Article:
Jeff Mariotte

The Halloween Man

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I first met Ray Bradbury on November 22, 1980, when he came to Books Inc. in San Jose, CA (where I was a fledgling bookseller) to sign copies of The Stories of Ray Bradbury, although I had read him before that, and heard him speak. He survived that day, barely. In the store’s back room we had a system of ropes and pulleys that could haul bicycles to the ceiling, keeping them safe and out of the way.

ray Bradbury, 1980

After his signing, Ray went to the back room to use the men’s room. Not knowing Ray was in there, one of our employees (who I’ll call Doug, because that was his name–but this is Doug 1, not Doug 2, who also worked there) went to retrieve his bike from the ceiling–a bike that was positioned just in front of the men’s room door. When Ray unexpectedly stepped out, Doug 1, startled, lost his grip on the rope. The bike started plummeting down toward the skull of the unsuspecting Ray, who knew he’d surprised Doug 1, but not that a bike was about to land on him. At the last moment, Doug 1 caught the rope and saved Ray Bradbury’s life.

I still have my signed copy of Stories, of course, and several more books besides.

In 1983, I moved south to manage the Hunter’s Books store in La Jolla, CA. That was much closer to Ray’s Los Angeles home, so he visited more frequently and we became friends.

Ray and Jeff at Hunter’s Books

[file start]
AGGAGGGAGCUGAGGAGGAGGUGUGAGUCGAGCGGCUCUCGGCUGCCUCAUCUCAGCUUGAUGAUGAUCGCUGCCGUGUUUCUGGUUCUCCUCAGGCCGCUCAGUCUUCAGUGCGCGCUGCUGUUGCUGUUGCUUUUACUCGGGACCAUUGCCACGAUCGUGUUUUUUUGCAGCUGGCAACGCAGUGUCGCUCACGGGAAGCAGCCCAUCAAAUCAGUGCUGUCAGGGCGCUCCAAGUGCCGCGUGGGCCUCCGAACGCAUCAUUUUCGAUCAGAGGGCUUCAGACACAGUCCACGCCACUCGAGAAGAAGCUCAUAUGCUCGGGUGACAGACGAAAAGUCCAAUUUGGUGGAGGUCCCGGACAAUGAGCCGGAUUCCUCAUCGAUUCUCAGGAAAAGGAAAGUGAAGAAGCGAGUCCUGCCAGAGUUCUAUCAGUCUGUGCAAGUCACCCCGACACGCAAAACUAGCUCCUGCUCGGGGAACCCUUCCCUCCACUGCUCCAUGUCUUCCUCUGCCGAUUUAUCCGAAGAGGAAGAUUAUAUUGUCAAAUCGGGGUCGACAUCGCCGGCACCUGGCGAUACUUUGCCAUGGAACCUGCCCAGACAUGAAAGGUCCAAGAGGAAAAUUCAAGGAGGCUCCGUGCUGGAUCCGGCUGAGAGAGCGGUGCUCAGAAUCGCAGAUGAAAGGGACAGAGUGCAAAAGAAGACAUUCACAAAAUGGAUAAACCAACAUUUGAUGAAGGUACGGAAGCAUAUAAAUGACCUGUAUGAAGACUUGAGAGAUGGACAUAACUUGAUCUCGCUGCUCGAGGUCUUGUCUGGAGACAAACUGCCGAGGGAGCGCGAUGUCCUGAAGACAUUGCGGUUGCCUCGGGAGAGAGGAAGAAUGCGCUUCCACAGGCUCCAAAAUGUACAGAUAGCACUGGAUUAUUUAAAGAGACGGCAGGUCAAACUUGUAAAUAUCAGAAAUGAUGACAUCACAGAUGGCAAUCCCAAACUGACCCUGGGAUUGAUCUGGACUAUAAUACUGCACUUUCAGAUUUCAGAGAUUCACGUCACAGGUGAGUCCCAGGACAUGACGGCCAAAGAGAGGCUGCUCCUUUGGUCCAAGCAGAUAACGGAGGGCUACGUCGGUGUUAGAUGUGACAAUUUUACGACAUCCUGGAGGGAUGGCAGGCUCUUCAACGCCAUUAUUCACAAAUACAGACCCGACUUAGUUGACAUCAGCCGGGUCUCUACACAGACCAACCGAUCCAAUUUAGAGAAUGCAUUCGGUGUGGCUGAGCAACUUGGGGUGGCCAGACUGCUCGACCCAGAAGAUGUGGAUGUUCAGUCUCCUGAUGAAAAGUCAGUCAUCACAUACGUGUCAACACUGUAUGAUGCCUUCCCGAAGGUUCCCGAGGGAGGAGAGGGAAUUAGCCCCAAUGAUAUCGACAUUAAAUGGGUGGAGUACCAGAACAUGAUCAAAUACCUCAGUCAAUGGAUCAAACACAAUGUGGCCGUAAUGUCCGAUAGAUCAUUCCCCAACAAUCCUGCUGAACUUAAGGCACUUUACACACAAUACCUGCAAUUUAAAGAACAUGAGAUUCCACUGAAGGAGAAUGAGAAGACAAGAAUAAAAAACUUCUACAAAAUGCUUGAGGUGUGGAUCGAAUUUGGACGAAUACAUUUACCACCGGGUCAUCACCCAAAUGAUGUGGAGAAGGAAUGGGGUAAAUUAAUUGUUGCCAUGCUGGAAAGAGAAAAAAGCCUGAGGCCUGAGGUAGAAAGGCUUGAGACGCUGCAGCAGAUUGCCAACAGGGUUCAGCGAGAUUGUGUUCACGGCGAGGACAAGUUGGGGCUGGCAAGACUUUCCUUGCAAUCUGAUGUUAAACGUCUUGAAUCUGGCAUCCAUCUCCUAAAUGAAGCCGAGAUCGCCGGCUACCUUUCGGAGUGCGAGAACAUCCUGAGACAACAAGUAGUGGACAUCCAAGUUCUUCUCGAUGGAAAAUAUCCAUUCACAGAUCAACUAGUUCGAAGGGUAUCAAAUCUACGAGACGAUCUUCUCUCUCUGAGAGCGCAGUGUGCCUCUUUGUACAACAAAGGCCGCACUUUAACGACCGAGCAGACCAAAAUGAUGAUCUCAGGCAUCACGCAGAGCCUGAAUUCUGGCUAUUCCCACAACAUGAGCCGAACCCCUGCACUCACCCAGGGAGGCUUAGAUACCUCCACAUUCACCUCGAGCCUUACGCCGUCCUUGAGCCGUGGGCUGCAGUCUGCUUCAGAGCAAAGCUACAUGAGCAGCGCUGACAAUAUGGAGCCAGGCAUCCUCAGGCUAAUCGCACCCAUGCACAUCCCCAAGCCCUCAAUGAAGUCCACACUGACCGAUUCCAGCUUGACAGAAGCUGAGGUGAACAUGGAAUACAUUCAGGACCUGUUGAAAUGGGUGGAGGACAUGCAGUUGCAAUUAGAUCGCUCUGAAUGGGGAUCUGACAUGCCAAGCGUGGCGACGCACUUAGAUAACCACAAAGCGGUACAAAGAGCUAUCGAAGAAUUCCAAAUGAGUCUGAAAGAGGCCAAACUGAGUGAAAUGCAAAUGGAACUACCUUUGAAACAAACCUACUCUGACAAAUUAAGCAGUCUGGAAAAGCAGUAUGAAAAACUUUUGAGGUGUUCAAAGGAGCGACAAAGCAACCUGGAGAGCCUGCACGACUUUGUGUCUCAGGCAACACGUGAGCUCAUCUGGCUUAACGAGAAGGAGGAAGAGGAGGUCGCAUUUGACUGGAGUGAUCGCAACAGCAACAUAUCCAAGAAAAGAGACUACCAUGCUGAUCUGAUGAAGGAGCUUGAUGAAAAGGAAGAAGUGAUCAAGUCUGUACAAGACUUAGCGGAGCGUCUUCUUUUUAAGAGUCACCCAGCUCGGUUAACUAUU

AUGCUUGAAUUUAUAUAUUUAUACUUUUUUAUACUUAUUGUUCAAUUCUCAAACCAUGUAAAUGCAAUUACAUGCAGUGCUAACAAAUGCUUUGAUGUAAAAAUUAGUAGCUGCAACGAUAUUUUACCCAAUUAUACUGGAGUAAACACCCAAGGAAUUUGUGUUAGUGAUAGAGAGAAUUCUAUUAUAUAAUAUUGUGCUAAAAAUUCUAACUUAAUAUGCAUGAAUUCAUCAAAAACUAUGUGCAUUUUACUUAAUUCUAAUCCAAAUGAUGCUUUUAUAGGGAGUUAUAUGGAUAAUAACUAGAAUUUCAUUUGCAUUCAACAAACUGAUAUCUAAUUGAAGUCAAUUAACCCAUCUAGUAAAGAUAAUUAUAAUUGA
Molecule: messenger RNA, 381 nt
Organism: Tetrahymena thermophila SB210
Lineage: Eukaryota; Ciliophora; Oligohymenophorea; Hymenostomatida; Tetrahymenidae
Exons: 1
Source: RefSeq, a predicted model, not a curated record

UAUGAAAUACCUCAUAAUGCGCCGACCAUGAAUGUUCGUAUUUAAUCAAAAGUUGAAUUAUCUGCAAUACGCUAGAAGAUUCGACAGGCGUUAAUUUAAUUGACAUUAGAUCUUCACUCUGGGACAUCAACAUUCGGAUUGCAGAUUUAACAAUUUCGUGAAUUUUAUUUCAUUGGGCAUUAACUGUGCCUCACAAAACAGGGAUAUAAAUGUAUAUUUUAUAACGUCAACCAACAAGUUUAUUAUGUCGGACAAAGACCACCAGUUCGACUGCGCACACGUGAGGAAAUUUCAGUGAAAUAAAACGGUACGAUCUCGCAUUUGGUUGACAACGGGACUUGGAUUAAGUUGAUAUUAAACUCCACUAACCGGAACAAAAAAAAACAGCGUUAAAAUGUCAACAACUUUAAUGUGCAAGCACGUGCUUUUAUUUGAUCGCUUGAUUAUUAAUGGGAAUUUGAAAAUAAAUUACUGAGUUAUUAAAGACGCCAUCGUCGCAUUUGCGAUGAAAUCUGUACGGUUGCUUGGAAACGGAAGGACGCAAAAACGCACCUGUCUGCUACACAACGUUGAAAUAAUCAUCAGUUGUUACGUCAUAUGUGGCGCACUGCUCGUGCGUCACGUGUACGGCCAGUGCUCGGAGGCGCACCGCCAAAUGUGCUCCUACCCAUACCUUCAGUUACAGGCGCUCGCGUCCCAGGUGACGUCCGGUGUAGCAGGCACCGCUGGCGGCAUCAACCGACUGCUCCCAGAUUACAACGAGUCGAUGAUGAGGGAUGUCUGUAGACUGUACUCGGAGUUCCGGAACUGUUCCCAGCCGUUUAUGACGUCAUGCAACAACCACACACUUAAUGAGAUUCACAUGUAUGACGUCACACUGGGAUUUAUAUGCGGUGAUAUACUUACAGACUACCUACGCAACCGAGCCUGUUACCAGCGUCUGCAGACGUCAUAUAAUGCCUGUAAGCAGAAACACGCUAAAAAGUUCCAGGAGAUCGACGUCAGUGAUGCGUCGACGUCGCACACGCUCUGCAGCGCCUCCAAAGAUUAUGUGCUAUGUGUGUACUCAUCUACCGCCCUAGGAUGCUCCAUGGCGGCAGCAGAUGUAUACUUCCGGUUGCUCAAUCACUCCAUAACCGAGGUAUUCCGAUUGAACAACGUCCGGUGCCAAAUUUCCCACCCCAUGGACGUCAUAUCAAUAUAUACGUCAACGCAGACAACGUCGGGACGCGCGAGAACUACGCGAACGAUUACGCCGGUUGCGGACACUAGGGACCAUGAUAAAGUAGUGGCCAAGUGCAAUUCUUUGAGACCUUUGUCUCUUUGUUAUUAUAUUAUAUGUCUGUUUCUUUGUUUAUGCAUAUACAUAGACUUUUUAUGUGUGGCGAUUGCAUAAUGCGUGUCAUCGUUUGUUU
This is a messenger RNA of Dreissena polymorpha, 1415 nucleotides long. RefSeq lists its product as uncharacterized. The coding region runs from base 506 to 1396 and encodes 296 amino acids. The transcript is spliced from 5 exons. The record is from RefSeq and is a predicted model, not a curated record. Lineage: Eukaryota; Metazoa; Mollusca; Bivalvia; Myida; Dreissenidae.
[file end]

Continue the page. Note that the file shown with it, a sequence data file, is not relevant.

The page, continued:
He called me at home. I visited his home and took him books to sign. At some point I gave him a signed copy of Robert Bloch’s book Screams, which he appreciated. He put me on his Christmas poem mailing list. He came down to La Jolla on his birthday in 1988 and signed Death is a Lonely Business for hundreds of fans. We all shared a cake I’d bought with the cover of Something Wicked This Way Comes edibly reproduced on top. The photo above might be from that visit, or another of his several visits. Any day that he came and signed was the best sales day of the month.

Typically of Ray, although he had been down on August 22nd of that year–his birthday visit–he wanted to come back and celebrate Halloween with us. A new edition of his classic The Halloween Tree had been released, so Ray visited again, spending much of Halloween at Hunter’s with his legions of fans. Below are the beautiful book-cover poster by artists Leo and Diane Dillon, and the inside of my copy of the book. Both are treasures.

After his death in 2022, his big, yellow, cheerful, memorabilia-filled house was sold and, tragically, destroyed. Marcy was kind enough to buy me bookends made from wood rescued from the house, with “451” burned into them, in honor of another classic work, Fahrenheit 451.

Most of our books are on shelves in bookcases. Ray’s hold a special place of honor, on top of a bookcase, held in place by pieces of his home. I’ll never not miss him.

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